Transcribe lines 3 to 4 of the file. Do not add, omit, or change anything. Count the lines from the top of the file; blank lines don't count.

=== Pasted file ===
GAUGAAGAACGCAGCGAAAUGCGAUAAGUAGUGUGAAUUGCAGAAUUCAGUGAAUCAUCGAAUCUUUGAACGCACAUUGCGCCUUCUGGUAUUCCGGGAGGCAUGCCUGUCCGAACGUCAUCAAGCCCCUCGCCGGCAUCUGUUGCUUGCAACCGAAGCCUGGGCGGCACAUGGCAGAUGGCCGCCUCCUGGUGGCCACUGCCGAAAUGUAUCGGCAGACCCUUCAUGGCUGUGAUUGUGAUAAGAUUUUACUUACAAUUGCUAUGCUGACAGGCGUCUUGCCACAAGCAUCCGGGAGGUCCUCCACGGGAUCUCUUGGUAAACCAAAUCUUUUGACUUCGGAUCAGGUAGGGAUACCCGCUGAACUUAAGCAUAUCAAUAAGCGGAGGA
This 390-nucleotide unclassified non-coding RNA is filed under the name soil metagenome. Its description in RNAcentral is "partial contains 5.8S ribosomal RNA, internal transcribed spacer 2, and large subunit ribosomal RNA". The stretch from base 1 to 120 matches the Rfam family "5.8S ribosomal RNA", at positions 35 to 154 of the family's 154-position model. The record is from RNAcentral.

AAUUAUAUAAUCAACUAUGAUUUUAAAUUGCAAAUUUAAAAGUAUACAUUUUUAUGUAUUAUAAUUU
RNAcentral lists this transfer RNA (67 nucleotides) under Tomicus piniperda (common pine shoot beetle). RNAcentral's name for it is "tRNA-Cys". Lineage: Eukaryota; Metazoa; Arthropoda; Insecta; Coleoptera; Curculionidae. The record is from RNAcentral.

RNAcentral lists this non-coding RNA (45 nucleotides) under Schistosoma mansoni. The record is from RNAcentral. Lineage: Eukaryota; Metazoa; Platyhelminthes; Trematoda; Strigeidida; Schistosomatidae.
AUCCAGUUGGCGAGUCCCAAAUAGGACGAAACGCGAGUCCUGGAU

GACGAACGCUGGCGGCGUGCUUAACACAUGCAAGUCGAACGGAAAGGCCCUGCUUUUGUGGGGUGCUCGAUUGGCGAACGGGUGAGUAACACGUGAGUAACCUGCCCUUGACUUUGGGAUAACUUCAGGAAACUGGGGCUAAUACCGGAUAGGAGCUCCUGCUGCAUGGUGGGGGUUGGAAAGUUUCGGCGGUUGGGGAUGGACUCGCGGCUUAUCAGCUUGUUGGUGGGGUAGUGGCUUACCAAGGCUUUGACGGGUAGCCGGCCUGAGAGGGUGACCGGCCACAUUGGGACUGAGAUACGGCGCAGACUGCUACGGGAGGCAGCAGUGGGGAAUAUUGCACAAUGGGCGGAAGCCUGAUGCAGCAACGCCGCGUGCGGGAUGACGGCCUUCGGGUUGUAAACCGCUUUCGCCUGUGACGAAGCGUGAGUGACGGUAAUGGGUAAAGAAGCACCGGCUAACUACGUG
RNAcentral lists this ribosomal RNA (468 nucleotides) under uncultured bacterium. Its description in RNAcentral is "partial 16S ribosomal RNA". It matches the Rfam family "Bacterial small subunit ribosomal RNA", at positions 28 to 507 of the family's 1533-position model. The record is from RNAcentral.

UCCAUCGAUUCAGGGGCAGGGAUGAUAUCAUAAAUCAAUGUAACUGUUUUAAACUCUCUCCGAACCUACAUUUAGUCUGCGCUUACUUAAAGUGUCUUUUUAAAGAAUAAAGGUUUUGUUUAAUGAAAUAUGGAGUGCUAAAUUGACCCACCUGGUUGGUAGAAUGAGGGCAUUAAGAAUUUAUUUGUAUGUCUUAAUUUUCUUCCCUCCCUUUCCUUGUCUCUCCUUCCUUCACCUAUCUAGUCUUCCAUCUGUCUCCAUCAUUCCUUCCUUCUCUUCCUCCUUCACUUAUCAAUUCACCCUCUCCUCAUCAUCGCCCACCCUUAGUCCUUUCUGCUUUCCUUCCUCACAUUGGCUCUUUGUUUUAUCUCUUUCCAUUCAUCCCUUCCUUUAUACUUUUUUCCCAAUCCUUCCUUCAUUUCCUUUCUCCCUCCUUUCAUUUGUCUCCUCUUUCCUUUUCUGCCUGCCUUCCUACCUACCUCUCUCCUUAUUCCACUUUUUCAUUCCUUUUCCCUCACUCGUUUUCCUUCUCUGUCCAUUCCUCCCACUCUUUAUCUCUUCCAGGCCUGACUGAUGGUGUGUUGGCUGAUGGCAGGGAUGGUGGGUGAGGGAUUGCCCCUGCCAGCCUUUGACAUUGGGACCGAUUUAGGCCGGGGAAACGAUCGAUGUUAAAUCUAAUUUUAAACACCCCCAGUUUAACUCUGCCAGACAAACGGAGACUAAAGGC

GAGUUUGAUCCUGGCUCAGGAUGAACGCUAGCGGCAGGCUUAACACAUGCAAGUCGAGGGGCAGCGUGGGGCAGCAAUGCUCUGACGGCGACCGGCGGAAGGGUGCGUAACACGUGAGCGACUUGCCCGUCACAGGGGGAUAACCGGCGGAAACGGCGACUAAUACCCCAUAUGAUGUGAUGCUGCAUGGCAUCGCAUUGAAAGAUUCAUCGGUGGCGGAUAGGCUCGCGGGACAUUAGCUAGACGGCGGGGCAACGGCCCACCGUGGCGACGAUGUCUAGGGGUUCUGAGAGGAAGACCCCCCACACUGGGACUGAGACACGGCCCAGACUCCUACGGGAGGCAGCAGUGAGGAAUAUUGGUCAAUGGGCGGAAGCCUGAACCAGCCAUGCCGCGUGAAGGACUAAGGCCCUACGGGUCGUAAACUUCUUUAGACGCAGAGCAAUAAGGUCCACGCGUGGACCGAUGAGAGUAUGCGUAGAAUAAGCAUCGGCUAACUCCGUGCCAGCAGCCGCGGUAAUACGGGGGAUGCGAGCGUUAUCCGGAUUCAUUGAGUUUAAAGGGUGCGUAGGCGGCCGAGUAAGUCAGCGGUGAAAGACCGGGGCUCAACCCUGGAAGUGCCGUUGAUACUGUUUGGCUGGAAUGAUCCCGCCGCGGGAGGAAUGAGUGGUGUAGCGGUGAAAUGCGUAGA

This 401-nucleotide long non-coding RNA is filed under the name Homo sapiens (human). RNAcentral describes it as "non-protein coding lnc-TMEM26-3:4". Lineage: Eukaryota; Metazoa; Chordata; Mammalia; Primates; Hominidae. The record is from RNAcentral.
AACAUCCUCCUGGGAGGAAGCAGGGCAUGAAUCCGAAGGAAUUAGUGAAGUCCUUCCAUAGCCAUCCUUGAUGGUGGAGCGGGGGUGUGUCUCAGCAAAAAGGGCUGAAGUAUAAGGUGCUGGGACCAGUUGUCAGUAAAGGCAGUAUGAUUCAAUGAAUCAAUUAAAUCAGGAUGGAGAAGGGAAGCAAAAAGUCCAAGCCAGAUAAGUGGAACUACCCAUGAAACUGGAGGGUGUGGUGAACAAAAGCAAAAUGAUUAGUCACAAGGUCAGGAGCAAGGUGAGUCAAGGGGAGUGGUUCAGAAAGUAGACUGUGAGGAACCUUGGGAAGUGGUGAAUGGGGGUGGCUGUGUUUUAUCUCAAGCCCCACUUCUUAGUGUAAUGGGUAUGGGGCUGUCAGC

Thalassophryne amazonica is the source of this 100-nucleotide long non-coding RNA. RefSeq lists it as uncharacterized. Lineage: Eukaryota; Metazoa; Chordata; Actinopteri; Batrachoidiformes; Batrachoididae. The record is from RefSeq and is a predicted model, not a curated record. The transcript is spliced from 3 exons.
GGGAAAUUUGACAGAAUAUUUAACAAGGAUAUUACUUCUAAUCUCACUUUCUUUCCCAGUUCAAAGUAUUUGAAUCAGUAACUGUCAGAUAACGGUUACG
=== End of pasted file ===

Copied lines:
AAUUAUAUAAUCAACUAUGAUUUUAAAUUGCAAAUUUAAAAGUAUACAUUUUUAUGUAUUAUAAUUU
RNAcentral lists this transfer RNA (67 nucleotides) under Tomicus piniperda (common pine shoot beetle). RNAcentral's name for it is "tRNA-Cys". Lineage: Eukaryota; Metazoa; Arthropoda; Insecta; Coleoptera; Curculionidae. The record is from RNAcentral.